membership or stakeholders in directing the affairs of the organization. The fiduciary duty of the board is the same for all
types of governance structures. This fiduciary duty covers all areas of responsibility, including HR.

In law, a duty is an obligation to act in a certain way and to a certain standard of care.
Duty Standard of Care

Duty of diligence Directors are required to:

Act reasonably, prudently and in good faith


Educate themselves about the organization
Make reasonable inquiries into the day-to-day management of the organization,
consider explanations and to make informed decisions
Diligent directors also seek the advice of qualified professional, when necessary

Duty of skill/competence Directors with a special skill or knowledge have a duty to use that expertise in their role
as a Board member, and to practice the standard of care expected of their professional
abilities. For example, HR professionals and lawyers will be held to the standard of their
professions on issues related to HR management and the law respectively.

Board members without specialized skill or knowledge are expected to act as a prudent
person would act. Prudent directors are cautious and careful. They try to foresee the
consequences of a course of action before taking it.

Duty of loyalty Directors have a duty to always place the interest of the organization first. This means
acting honestly, in good faith and in the best interest of the organization. Directors must
fully and promptly disclose any potential conflicts of interest and take action to avoid
perceived or real conflicts of interest.

Duty of obedience Directors have a duty to act within the scope of the governing documents of the
organization and to ensure that committees and staff do so as well. Governing
documents include the organization's constitution, bylaws, policies, rules and
regulations. This duty includes ensuring that governing documents are kept up-to-date.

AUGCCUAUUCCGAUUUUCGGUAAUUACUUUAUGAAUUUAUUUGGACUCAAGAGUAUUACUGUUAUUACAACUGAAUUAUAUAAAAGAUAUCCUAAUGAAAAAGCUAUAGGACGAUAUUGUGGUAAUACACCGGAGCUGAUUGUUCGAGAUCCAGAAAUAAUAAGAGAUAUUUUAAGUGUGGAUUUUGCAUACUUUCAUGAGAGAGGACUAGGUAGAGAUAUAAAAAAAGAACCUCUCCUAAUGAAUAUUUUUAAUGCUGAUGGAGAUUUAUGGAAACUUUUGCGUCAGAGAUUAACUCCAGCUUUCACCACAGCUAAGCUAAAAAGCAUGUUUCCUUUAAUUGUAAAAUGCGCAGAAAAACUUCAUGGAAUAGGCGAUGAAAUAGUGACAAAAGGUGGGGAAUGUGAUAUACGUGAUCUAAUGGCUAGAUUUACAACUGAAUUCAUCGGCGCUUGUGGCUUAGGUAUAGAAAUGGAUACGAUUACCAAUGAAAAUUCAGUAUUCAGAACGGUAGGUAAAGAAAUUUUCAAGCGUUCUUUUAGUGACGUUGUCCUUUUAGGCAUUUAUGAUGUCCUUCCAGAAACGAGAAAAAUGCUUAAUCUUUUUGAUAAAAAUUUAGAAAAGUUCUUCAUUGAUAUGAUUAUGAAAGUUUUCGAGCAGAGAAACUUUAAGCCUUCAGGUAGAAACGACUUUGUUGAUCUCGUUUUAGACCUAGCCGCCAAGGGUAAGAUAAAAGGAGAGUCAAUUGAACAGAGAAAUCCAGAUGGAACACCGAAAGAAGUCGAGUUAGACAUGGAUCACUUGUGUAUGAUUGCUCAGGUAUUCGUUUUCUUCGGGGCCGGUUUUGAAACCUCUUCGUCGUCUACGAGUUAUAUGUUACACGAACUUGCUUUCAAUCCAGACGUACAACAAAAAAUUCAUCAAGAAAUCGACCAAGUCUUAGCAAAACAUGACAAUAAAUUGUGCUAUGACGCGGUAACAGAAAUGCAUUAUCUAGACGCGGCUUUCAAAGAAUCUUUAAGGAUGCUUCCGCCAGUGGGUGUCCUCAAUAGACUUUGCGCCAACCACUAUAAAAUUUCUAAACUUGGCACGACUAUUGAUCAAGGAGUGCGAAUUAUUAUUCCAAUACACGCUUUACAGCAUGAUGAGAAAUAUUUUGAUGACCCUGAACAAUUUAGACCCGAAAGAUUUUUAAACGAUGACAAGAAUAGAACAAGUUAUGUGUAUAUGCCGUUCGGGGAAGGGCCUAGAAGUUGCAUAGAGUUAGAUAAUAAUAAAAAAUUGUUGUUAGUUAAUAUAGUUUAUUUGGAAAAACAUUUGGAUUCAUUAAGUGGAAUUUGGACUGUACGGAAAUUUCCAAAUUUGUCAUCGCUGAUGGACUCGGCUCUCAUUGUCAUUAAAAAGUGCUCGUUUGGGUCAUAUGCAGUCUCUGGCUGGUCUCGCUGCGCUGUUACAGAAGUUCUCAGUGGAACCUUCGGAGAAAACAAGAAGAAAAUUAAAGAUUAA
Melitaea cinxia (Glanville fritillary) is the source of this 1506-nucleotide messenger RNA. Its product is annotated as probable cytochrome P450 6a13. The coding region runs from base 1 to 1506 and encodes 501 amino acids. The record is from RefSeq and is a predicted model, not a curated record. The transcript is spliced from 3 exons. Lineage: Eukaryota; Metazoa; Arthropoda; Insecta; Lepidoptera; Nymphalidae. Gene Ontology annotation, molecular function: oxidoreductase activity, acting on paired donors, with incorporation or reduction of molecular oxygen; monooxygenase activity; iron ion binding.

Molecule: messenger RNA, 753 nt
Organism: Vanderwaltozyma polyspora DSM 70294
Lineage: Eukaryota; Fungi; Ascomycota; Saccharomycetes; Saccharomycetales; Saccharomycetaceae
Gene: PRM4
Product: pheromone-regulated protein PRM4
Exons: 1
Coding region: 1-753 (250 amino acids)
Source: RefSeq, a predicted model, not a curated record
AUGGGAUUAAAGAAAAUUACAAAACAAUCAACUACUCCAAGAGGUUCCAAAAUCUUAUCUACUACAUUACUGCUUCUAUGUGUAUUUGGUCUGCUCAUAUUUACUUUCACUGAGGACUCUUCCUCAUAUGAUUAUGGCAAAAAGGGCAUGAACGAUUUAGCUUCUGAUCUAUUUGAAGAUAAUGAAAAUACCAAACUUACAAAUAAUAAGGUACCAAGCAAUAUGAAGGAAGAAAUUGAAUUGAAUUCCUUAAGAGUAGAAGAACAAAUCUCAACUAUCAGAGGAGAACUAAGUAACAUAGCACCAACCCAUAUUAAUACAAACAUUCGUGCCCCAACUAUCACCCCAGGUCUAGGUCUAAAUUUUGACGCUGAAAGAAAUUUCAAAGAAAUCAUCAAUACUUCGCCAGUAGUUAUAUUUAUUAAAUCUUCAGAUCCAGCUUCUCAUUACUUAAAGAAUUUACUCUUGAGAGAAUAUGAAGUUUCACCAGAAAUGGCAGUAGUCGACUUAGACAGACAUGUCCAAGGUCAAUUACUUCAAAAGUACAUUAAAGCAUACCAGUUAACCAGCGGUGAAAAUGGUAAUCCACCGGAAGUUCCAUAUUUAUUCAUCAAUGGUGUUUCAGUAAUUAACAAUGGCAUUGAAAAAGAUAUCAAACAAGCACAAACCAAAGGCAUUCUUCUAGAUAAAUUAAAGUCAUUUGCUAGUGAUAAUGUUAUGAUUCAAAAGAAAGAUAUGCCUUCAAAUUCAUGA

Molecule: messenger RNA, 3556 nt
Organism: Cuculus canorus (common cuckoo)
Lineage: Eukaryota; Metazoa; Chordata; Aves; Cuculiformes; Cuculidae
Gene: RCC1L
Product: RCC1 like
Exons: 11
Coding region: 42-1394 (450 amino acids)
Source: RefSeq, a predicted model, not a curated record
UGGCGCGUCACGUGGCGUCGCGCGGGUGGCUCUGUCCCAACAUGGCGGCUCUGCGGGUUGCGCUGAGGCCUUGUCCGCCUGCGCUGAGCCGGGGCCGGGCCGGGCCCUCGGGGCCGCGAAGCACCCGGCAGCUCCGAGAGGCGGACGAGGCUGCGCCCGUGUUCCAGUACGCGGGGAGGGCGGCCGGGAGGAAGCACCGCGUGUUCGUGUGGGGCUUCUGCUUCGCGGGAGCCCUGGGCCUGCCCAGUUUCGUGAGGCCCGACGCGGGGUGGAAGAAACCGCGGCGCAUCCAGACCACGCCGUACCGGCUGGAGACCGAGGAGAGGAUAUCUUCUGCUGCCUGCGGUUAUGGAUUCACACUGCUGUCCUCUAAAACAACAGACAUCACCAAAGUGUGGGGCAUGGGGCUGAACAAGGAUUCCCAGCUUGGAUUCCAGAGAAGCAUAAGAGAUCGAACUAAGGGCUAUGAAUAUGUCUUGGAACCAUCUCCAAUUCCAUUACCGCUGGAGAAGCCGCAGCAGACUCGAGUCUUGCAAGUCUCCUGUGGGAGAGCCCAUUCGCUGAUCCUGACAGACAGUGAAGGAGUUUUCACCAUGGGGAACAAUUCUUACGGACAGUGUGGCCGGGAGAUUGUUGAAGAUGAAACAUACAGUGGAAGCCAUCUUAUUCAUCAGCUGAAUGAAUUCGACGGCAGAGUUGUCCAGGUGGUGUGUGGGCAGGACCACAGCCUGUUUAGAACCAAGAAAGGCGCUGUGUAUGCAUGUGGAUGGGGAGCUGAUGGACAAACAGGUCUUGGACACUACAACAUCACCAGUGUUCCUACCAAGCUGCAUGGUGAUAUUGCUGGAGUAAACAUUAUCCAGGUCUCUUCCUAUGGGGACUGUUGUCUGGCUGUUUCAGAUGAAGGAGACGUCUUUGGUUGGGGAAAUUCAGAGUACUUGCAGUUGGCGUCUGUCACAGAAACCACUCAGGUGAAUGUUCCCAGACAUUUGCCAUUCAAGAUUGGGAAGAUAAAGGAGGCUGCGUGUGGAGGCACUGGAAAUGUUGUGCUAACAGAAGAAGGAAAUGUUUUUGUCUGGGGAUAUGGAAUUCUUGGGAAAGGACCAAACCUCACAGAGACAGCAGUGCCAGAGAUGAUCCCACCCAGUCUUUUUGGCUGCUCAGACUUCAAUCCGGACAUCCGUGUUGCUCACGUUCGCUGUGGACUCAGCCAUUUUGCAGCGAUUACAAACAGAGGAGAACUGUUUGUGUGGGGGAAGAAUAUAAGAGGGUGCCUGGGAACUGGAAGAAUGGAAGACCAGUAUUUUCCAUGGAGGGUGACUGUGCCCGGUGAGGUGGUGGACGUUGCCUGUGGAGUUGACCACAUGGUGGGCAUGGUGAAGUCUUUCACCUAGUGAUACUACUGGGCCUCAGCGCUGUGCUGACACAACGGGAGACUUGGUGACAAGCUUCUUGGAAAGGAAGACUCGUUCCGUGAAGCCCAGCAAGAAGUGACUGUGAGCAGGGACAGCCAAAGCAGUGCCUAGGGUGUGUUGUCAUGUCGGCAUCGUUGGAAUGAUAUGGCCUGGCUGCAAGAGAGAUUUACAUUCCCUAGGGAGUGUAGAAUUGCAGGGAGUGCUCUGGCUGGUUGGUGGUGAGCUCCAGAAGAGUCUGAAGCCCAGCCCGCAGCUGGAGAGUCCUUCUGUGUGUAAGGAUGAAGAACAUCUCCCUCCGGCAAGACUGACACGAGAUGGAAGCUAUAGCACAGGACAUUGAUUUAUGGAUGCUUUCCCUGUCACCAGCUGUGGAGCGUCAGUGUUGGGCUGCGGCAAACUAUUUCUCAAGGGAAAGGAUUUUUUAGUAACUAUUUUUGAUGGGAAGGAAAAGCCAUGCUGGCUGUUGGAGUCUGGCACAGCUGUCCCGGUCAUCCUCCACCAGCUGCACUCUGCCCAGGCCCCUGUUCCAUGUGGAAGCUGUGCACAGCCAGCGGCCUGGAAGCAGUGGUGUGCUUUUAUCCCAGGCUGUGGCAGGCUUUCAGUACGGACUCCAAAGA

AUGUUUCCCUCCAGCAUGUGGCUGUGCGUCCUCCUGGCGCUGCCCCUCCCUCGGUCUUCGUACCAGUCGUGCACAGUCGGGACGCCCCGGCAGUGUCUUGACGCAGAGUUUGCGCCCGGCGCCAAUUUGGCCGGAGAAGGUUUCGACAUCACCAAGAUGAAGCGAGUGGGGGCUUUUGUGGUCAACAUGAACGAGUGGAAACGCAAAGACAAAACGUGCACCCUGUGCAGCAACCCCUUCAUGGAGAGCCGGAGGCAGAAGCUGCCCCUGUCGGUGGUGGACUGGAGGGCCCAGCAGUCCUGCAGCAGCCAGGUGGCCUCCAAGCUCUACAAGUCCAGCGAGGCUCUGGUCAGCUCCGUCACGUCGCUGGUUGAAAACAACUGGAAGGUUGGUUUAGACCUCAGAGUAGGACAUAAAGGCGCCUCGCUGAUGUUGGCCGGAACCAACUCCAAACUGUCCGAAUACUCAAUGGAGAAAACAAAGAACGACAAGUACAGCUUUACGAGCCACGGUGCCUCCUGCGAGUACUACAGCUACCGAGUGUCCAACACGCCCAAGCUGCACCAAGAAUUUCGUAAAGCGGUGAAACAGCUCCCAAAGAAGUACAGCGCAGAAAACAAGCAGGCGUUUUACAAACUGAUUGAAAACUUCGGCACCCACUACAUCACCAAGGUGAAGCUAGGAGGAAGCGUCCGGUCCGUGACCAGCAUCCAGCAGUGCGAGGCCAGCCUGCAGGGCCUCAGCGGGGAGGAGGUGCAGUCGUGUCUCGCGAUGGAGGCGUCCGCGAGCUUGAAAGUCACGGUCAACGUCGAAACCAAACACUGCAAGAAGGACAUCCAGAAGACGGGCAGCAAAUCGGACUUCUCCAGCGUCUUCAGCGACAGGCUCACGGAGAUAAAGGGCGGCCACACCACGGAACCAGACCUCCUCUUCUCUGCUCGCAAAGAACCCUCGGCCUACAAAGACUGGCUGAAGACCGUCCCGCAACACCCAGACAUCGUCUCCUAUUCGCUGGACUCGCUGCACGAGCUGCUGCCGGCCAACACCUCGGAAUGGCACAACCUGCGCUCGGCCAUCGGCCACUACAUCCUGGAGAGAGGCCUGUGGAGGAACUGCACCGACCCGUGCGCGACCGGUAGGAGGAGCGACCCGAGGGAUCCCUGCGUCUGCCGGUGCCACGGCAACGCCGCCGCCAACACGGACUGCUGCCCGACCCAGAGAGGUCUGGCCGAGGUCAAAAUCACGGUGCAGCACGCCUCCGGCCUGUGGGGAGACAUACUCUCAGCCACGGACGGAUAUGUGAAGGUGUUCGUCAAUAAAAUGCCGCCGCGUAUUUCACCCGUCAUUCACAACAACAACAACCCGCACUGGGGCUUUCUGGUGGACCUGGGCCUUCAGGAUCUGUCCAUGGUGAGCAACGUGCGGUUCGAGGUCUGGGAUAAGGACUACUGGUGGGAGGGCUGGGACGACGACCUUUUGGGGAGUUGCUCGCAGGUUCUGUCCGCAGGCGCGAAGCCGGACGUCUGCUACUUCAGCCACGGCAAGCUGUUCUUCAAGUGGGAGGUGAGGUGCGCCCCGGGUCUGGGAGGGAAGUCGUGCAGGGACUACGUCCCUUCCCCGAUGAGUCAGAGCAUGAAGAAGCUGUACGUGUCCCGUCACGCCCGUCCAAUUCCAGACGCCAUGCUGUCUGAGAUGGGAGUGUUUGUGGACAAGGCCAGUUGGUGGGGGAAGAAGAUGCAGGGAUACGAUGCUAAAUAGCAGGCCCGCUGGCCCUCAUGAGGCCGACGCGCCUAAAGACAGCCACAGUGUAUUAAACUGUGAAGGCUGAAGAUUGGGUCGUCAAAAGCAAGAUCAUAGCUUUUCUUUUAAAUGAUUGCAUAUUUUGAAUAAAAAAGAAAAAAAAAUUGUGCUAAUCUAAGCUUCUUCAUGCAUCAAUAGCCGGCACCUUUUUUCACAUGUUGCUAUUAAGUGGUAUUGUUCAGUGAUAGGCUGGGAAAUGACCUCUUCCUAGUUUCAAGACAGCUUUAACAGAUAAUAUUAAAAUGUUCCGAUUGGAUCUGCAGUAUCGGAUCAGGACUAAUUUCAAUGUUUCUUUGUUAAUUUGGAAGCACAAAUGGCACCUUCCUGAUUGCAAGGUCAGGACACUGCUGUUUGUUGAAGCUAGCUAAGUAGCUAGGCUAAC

Directors also have a duty to obey all laws and statutes that apply to the organization.

Role and responsibilities for HR management


In a mature organization, there are three participants in HR management: the board, executive director and line managers
who directly supervise the work of other staff.

The level of autonomy of a line manager for HR activities will depend in part on the size of the organization. Also, in larger
organizations which have a dedicated HR management position, some of the roles assigned to the ED and the line manager
will be the responsibility of the HR manager.
An organization with good governance practices clearly establishes the division of authority and accountability among
the board, executive director and line managers. The role of the board is governance and the role of the executive director is
management. Sometimes the roles can get blurred. In clarifying whose job it is, the board and the executive director must
always keep in mind the board's legal responsibilities and liabilities as the employer.

HR Responsibility Chart (PDF 155KB)


Outlines who is responsible for different HR tasks

Legislation related to employment and the responsibility of the


board for compliance
Each board member is liable for ensuring that legislation is complied with. The executive director is hired by the board to
manage the day-to-day operations of the organization. However, the board can not delegate its ultimate accountability for
compliance with legislation.

Most organizations are provincially regulated and therefore must comply with provincial legislation. Some organizations are
regulated federally and therefore must comply with federal legislation. All organizations must comply with federal legislation
in specific areas such as Income Tax, Employment Insurance, and the Canada Pension Plan.